But correcting a medical problem after the damage has been done is not the major thrust of this book. I would guess that more than ninety-five percent of "Fantastic Voyage" is devoted to preventing disease, promoting good health, and dealing with the aging process. (I should warn the reader that there is some discussion of chemistry involved here, but I found that one can skip through the various chemical formulas discussed and not miss anything vital to understanding the point being made.) In line with the major thrusts of the book, the authors present "Three Bridges" which are "emerging transformations in technology that will usher in powerful new tools to expand your health and human powers."
The First Bridge is "Ray & Terry's Longevity Program" which includes "present-day therapies and guidance that will enable you to remain healthy long enough to take full advantage of the construction of the Second Bridge." The reader will learn about carbohydrates and the glycemic load, the importance of fat and protein, why the modern diet is out of balance, how to eat nutritionally, why sugar is the "white Satan," the real cause of heart disease and how to prevent it, and much, much more. The Second Bridge is the "Biotechnology Revolution" where "we learn the genetic and protein codes of our biology" and "the means of turning off disease and aging while we turn on our full human potential." The reader will learn about gene expression, somatic gene therapy, recombinant technology, therapeutic cloning, and how human aging can be reversed. The Third Bridge is the "Nanotechnology-Artificial Intelligence Revolution" which will "enable us to rebuild our bodies and brains at the molecular level." The reader will learn about programmable blood, nanopower, nanosurgery, "intelligent" cells, and a lot more.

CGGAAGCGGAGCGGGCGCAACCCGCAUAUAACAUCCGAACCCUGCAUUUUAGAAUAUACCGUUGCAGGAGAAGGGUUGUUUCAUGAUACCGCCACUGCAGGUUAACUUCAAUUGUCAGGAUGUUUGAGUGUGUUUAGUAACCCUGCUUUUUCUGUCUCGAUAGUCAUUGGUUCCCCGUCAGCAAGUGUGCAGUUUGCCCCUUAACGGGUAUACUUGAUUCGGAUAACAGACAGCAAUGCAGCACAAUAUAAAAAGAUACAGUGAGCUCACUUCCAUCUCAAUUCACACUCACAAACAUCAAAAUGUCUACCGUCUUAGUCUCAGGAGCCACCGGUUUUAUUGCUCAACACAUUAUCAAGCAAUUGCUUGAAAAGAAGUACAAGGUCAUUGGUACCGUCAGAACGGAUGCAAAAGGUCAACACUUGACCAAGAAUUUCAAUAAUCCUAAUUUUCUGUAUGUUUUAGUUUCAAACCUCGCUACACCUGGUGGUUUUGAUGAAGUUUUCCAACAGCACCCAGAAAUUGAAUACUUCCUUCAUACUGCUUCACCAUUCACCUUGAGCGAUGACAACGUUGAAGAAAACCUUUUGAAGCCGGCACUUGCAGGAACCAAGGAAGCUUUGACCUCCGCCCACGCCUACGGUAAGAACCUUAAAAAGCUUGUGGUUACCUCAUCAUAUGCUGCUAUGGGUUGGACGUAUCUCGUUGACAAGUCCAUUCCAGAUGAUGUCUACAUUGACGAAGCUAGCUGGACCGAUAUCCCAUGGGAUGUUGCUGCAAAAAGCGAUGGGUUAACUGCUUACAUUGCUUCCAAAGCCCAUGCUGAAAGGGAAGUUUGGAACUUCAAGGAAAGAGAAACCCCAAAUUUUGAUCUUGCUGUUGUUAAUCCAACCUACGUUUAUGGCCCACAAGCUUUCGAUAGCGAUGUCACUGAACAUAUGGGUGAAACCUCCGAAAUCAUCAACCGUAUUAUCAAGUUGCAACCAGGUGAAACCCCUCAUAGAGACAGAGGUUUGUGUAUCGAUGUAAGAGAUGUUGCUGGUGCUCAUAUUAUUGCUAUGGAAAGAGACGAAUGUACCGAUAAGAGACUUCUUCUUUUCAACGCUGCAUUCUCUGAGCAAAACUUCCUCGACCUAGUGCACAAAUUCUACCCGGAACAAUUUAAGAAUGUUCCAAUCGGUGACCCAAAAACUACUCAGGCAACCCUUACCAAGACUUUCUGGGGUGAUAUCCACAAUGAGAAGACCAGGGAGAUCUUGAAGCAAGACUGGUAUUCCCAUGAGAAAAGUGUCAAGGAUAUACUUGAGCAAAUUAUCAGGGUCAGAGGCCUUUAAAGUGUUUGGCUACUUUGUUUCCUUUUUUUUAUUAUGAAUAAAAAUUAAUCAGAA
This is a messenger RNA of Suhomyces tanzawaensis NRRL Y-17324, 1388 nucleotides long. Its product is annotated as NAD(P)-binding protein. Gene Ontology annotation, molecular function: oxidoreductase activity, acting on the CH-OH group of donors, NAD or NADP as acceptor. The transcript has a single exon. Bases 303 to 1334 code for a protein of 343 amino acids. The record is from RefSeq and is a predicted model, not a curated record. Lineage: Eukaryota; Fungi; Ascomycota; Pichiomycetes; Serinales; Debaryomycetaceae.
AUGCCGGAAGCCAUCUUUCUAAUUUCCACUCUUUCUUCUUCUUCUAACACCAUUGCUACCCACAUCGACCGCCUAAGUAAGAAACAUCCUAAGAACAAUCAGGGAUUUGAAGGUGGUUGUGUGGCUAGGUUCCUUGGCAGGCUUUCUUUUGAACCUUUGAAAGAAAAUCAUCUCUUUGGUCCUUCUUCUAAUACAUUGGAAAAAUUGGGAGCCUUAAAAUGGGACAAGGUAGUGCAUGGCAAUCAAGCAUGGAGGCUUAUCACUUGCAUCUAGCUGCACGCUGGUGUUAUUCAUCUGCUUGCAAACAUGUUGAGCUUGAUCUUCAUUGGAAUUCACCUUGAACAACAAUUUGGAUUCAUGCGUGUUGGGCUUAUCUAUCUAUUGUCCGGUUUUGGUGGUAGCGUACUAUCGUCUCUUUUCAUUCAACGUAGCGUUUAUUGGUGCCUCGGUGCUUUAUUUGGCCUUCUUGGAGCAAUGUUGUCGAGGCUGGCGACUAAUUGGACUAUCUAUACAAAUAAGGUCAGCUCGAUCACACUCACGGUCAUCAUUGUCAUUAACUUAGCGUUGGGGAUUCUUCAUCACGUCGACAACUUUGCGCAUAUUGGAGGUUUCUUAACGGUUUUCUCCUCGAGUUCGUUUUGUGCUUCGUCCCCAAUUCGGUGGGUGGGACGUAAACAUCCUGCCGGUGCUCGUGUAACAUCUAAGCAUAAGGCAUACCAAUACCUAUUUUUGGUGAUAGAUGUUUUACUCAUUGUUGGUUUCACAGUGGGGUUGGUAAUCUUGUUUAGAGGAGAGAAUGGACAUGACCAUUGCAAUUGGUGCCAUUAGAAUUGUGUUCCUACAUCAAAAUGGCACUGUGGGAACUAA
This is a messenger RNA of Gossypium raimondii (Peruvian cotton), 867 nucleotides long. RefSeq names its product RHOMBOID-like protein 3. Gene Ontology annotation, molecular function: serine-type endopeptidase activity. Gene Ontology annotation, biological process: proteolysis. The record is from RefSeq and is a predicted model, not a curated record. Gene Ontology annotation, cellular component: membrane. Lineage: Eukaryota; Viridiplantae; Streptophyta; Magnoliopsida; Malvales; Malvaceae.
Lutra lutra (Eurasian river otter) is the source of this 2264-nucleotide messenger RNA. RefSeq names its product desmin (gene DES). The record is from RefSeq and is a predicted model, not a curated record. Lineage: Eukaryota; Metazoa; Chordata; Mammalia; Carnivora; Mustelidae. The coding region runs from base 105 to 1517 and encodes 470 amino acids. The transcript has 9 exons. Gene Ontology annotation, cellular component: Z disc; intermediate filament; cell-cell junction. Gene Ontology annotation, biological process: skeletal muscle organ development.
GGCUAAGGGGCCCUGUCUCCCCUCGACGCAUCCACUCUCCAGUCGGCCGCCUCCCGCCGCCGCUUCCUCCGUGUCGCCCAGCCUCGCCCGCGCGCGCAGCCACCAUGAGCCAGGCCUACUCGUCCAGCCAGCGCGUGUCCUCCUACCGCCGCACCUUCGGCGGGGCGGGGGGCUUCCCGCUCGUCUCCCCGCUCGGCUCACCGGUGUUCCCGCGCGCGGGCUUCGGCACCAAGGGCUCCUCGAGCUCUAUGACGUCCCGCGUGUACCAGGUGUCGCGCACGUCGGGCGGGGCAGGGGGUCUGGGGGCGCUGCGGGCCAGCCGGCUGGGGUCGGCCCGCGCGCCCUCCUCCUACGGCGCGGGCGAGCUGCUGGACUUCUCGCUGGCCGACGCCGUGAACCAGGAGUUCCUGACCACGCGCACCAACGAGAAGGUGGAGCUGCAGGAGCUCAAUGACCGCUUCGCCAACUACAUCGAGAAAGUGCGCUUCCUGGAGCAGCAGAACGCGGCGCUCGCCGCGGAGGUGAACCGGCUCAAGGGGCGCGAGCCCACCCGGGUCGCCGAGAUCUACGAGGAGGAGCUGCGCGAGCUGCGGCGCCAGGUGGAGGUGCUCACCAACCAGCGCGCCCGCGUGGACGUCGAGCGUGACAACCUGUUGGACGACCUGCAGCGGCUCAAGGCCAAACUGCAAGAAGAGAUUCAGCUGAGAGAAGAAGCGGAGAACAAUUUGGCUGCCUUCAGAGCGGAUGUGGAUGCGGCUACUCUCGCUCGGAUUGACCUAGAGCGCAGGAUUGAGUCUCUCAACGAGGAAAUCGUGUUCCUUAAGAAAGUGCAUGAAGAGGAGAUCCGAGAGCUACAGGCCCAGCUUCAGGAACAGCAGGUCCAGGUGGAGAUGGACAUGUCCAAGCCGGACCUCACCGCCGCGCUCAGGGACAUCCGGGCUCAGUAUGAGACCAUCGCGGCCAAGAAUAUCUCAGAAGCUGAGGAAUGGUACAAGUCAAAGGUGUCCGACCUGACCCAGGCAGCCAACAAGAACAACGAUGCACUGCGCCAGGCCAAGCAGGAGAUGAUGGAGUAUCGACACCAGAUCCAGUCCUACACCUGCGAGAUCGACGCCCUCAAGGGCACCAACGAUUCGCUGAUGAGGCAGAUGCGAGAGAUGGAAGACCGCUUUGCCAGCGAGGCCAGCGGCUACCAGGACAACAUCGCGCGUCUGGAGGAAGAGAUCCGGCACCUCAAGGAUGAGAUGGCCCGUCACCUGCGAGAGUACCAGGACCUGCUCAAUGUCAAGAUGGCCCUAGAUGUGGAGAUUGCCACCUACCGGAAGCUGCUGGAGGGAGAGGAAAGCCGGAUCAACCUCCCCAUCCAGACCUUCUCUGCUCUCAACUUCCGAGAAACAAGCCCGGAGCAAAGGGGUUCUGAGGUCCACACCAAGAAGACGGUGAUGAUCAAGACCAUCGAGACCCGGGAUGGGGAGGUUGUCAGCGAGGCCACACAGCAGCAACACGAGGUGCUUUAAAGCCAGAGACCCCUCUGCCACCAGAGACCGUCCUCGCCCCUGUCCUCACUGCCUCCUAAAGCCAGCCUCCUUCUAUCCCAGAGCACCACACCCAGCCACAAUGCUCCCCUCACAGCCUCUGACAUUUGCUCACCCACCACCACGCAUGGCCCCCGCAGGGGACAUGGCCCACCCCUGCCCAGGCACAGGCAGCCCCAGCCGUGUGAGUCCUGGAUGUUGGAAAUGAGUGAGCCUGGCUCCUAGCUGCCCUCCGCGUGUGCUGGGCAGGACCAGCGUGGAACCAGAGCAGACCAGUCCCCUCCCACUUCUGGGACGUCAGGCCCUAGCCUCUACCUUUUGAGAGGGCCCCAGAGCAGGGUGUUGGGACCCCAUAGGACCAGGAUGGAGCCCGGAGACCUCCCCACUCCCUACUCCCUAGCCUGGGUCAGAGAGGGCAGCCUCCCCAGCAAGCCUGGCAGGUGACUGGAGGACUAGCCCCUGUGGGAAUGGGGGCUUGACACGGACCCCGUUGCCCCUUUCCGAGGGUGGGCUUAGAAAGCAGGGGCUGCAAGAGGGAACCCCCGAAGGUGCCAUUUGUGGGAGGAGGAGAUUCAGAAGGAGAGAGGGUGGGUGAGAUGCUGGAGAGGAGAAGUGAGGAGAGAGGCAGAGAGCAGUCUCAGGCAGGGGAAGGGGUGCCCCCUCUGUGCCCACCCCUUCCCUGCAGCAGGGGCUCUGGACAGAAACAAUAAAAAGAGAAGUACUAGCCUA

I could go on and on; I've only scratched the surface of the information provided in this interesting and valuable book. Kurzweil and Grossman are to be commended for making this important information available to the public, written in an easy and understandable style, with recommendations that the reader can implement immediately. At the end of the book they provide a page of resources and contact information and the standard index to topics. More importantly, however, they provide over sixty pages of notes, references, and citations so the reader can consult the primary sources for more detail. I wish more authors would do that.
This is a serious book to be read once and then consulted continuously for its suggestions and recommendations. But, now, the real question: Do I really want to live forever? Well, let me think about that for a few years!